Yoga Sleep (Yoga Nidra) creates inner harmony by stimulating the parts of the brain responsible for maintaining balance between your internal and external environments.
Yoga Nidra helps to maintain your homeostatic balance. It even evolves it! … by bringing your awareness to normally involuntary and unconscious functions in your body.
You are awake and also asleep in the practice of Yoga Sleep!
Your body feels like it falls asleep but the aim is to keep the mind aware and awake!
“Yoga Nidra has been termed as “sleepless sleep” because we learn to enter the state between sleep and wakefulness without loss of awareness”
~ Swami Satyananda
AND FIVE – the most interesting!
Your brain waves slow down from the Beta to Alpha to Theta wave states… and sometimes all the way down to Delta… at which point you may start snoring like me! Haha! And be aware of the sound at the same time! It’s so crazy when that happens!
Yoga Nidra aims to take your mind through each and every brainwave pattern that would occur in a healthy night’s sleep.
Each brain wave state is as important as the next!
But often in this day and age we miss out the middle two Alpha and Theta and go from Beta straight to Delta.
However, the more you practice Yoga Sleep, the easier it will be for you to stay in Alpha and Theta wave states. These are the juicy, wisdom-filled and nourishing mind states!
. Now if you are like… “Huh? Brain waves?” Here’s a little recap…
The brainwave states:
- Awake – Conscious Mind – Beta – Fast brain waves! Stressed, busy mind and an excited/exhausted feeling inside.
- Relaxation – Superconscious Mind – Alpha – Slow brain waves. Healing can begin. Rejuvenating every cell from the effects of your busy day and any toxins. Your nervous system relaxes and you tap into the para-sympathetic nervous system to “Rest and Digest”.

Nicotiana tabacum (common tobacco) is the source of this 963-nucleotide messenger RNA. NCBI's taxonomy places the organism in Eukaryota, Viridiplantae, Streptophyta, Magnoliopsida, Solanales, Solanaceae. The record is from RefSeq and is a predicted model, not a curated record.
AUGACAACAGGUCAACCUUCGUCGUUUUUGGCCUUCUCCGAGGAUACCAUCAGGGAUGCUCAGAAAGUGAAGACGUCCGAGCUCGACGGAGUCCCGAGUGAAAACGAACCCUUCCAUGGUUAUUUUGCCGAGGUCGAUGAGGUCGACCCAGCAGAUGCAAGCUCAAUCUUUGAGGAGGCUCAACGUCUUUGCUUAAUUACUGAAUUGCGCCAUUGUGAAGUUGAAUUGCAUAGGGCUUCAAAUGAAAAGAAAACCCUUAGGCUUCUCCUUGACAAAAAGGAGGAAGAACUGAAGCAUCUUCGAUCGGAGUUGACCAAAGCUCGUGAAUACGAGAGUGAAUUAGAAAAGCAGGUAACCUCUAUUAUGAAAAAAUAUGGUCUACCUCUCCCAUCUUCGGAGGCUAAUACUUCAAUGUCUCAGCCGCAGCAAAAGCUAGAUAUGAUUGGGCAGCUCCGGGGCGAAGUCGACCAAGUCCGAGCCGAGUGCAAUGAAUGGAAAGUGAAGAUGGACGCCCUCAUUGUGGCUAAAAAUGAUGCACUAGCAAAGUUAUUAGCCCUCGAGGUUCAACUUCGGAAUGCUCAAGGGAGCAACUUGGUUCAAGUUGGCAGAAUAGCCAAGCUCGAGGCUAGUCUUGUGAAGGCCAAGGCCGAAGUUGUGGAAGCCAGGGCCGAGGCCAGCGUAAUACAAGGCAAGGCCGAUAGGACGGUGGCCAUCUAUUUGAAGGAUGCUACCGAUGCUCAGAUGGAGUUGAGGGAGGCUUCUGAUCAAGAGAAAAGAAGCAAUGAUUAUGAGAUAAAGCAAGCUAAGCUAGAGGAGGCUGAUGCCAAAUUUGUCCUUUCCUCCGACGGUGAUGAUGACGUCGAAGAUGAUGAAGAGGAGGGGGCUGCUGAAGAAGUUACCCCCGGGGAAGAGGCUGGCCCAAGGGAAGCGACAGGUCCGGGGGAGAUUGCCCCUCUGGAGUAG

- Dreaming Sleep – Subconscious Mind – Theta – Super slow brain waves… lost of awareness of the physical body. Cosmic consciousness can enter your awareness bringing with it wisdom, insight and the deep release of emotional tension.
- Deep Sleep – Unconscious Mind – Delta – oops totally gone. No one’s home anymore.
We will look to explore all the wondrous states of your mind at The Winter Warmers Lightworks Retreat on 28th November and at The British Yoga Festival on Friday 5th December in my “Delicious Flow and Yoga Sleep” workshop.
Don’t delay and miss out on the opportunity to get all sleepy in the best kind of way.
And maybe it’s your first time and you are keen to know how it feels on a mental and emotional level to relax yet stay totally conscious and aware whilst in deep relaxation… beginners are soooo welcome, don’t be shy.
Using an oven instead of a dehydrator
So you’ve seen lots of raw food recipes that need a dehydrator. But you’re not quite ready to make the commitment and buy another piece of kitchen equipment that will take up precious kitchen countertop real estate.
And you want to know if you can use an oven until you make up your mind.
Quick answer. . .
But there’s a couple of things to look out for when using your oven as a dehydrator. The main thing I’ve found is airflow; the oven you’re using really needs to have a good fan.
I made some kale chips in my oven to steer you in the right direction. Let me know if you’ve had success with using your oven as a dehydrator in the comments below, I’d love to know what you made.
Like this video? You can subscribe to The Raw Chef TV on iTunes here.
Related: What is a raw food dehydrator?
Raw Chocolate – Blooper Reel
Never let it be said that we’re not serious about raw food here at The Raw Chef HQ, but sometimes this stuff (above) happens.
We had so much fun making this Raw Chocolate Course for you. I think you can tell
How To Cut, Fan & Dice Avocado
Few things can make a salad or any of your raw food recipes look amazing with so little effort, than a perfectly fanned avocado — you just have to know how!
In this video, I’ll show you how to do exactly that, as well as the best way to remove avocado if you just want to dice it.
Improving your skills with things like this will definitely speed you up in the kitchen, so you have more time to do what’s important … enjoying eating.
Like this video? You can subscribe to The Raw Chef TV on iTunes here.
Think You Have No Willpower? How MSG Is Tricking You
Known by fans as the fifth taste, by the packaged food industry as the holy grail of food flavouring and by an entire generation as the evil behind ‘Chinese restaurant syndrome,’ MSG is definitely a troublesome little blighter.
What are the real facts behind the most researched and widely debated food additive in the world?
Hearing about the worrying long-term effects linked to MSG as well as some pretty unpleasant short-term symptoms, including nausea, fatigue and headache, is enough to make you check and recheck the ingredients of every item in your shopping basket.